On the positive side, the number of people in the Intensive Care Unit declined by seven, as the number of intubations also fell.

“That’s a very good sign,” Bellone said.

The number of people who have died from complications related to coronavirus climbed by 23, bringing the total to 1,296.

“We know the terrible grief and tragedies that this virus has wrought upon our community,” Bellone said, as residents “haven’t been able to grieve in the way we are accustomed to as a community.”

The American Red Cross is providing crisis counselors who can work with families, supplying emotional and spiritual support.

Residents who would like to receive confidential help can log in to www.redcross.org/nyscovidfamilysupport where they will fill out a nine-question form. Alternatively, residents can call 585-957-8187.

Bellone said New York State and Northwell Health tested 700 police officers yesterday at the Suffolk County Police Academy for the presence of antibodies to the virus.

Suffolk County Police Commissioner Geraldine Hart said the police would use the information to track the location of positive cases to see if there are hotspots within the department.

Finally, Bellone is launching a new space on the county site where residents can share positive stories, at www.suffolkcountyny.gov/dashboardofhope. He is encouraging people to share positive stories about teachers this week, during National Teacher’s Week. Residents can share good news or can link to facebook, twitter, or videos.

Stock photo

Two weeks have made a huge difference for the health care community in the fight against COVID-19.

On April 10, hospitals throughout Suffolk County were struggling as 1,658 residents needed medical help to cope with the symptoms related to COVID-19. At the time, the Army Corps. of Engineers was racing to construct a hospital extension at Stony Brook that might handle more cases if the county continued on its trajectory.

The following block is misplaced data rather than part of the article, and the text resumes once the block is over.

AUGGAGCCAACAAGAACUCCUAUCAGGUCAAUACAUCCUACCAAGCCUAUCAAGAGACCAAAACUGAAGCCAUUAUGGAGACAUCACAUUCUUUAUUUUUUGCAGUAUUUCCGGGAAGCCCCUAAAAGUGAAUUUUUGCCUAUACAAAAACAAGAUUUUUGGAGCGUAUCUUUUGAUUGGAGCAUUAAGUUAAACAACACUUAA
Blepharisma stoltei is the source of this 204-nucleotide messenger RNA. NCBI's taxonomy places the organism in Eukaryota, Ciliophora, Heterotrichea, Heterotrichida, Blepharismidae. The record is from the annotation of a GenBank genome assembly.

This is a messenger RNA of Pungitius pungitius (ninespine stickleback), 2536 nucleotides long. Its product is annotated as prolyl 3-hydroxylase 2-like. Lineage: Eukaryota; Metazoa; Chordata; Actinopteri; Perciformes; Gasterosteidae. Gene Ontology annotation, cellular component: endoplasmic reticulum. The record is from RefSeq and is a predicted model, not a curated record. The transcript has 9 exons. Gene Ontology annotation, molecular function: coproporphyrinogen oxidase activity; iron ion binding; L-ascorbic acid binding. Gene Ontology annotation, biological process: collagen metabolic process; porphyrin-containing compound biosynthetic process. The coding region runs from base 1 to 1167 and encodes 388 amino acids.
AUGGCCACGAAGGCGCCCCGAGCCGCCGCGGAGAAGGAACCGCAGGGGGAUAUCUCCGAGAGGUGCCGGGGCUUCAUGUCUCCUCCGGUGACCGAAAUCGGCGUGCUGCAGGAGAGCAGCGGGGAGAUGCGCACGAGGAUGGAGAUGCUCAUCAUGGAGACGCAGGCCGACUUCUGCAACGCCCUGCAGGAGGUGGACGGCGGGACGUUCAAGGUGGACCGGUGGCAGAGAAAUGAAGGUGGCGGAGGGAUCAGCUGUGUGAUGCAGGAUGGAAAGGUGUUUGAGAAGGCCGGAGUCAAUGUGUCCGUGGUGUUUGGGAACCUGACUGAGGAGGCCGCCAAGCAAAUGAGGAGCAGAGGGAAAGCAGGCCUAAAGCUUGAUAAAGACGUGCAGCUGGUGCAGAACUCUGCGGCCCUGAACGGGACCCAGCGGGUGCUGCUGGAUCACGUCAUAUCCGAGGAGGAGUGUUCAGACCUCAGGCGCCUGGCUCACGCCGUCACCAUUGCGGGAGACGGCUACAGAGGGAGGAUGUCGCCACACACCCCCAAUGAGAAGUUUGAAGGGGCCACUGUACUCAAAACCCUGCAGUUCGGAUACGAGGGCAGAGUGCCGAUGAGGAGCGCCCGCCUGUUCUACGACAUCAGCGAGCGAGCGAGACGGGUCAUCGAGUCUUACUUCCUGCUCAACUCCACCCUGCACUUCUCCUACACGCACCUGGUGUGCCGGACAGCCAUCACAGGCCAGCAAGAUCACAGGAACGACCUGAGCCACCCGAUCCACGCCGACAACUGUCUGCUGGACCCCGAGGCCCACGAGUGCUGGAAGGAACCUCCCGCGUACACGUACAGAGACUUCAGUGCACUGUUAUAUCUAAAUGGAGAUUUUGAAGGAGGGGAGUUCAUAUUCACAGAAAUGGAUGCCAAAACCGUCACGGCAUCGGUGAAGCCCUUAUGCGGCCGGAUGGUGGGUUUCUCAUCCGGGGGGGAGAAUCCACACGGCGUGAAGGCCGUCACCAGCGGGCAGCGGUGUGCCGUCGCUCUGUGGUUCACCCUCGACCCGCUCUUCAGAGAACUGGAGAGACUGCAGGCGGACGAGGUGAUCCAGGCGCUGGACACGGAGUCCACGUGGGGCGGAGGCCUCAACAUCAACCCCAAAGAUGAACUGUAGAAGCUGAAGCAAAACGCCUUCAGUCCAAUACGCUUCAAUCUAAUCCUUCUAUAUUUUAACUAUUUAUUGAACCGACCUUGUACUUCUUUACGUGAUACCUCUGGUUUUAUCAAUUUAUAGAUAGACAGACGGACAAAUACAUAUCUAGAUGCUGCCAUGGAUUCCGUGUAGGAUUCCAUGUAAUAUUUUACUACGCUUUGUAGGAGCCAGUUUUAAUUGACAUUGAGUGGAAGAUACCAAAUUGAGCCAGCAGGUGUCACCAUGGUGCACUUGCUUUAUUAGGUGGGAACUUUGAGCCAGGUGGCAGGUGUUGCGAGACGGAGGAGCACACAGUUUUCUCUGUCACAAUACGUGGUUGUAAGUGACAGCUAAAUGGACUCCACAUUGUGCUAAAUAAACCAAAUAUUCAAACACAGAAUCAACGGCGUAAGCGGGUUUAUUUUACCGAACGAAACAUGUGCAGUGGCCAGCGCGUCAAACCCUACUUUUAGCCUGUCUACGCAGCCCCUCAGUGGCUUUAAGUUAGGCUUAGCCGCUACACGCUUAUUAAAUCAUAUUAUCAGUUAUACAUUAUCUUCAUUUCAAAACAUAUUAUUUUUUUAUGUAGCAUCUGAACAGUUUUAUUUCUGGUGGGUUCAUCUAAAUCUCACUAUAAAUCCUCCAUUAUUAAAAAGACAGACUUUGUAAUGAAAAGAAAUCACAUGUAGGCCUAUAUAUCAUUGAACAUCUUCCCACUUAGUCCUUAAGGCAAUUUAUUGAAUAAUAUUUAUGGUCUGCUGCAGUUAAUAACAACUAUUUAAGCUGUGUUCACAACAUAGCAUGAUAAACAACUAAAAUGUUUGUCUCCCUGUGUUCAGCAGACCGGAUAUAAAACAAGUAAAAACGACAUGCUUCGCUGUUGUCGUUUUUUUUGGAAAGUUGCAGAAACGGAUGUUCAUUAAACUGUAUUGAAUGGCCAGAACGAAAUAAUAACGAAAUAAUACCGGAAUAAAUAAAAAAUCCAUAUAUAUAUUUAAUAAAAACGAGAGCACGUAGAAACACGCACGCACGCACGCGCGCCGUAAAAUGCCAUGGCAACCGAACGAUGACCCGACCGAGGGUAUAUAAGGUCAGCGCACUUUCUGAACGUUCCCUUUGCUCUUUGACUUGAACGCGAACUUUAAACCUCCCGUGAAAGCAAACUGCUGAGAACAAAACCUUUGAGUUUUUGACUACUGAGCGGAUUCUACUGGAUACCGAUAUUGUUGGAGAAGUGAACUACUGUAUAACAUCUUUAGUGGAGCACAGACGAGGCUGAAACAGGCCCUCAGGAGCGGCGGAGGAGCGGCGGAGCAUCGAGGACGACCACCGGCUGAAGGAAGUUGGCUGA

Fortunately, the number of hospitalizations turned around, falling for the first time two days later, beginning a trend, with a few rises here and there, of fewer hospitalizations.

Indeed, over the last day, the number of people in Suffolk County hospitals declined by 143 people to 1,175, which means that, from the peak, the number of people separated from their homes and families has declined by over 29 percent.

This is “ great news,” County Executive Steve Bellone (D) said on his daily conference call with reporters. Bellone has been in the unenviable position of sharing details about the numbers of people who have been sick or who have died each day. The reduction in hospitalizations is a “huge jump, which is much higher than we’ve seen over the past few weeks,” he said.

Indeed, looking back to the dark days when the county became an epicenter for the virus, Bellone said his team had to discuss where to create a makeshift morgue, in the event that those who died exceeded the county’s capacity.

The county had considered using an ice rink as a temporary facility. Bellone nixed that, recognizing that children would eventually skate on that rink again. Instead, the county found an old processing facility, which they hoped they wouldn’t have to use but “unfortunately we have.”

As the Army Corps. of Engineers completed the construction of the Stony Brook Hospital Extension, Bellone again hoped the county wouldn’t need the additional hospital beds. So far, that has been the case, which, the county executive said, is a tribute to the residents who have respected social distancing rules and who have endured economic hardship as they have shuttered their businesses and remained at home.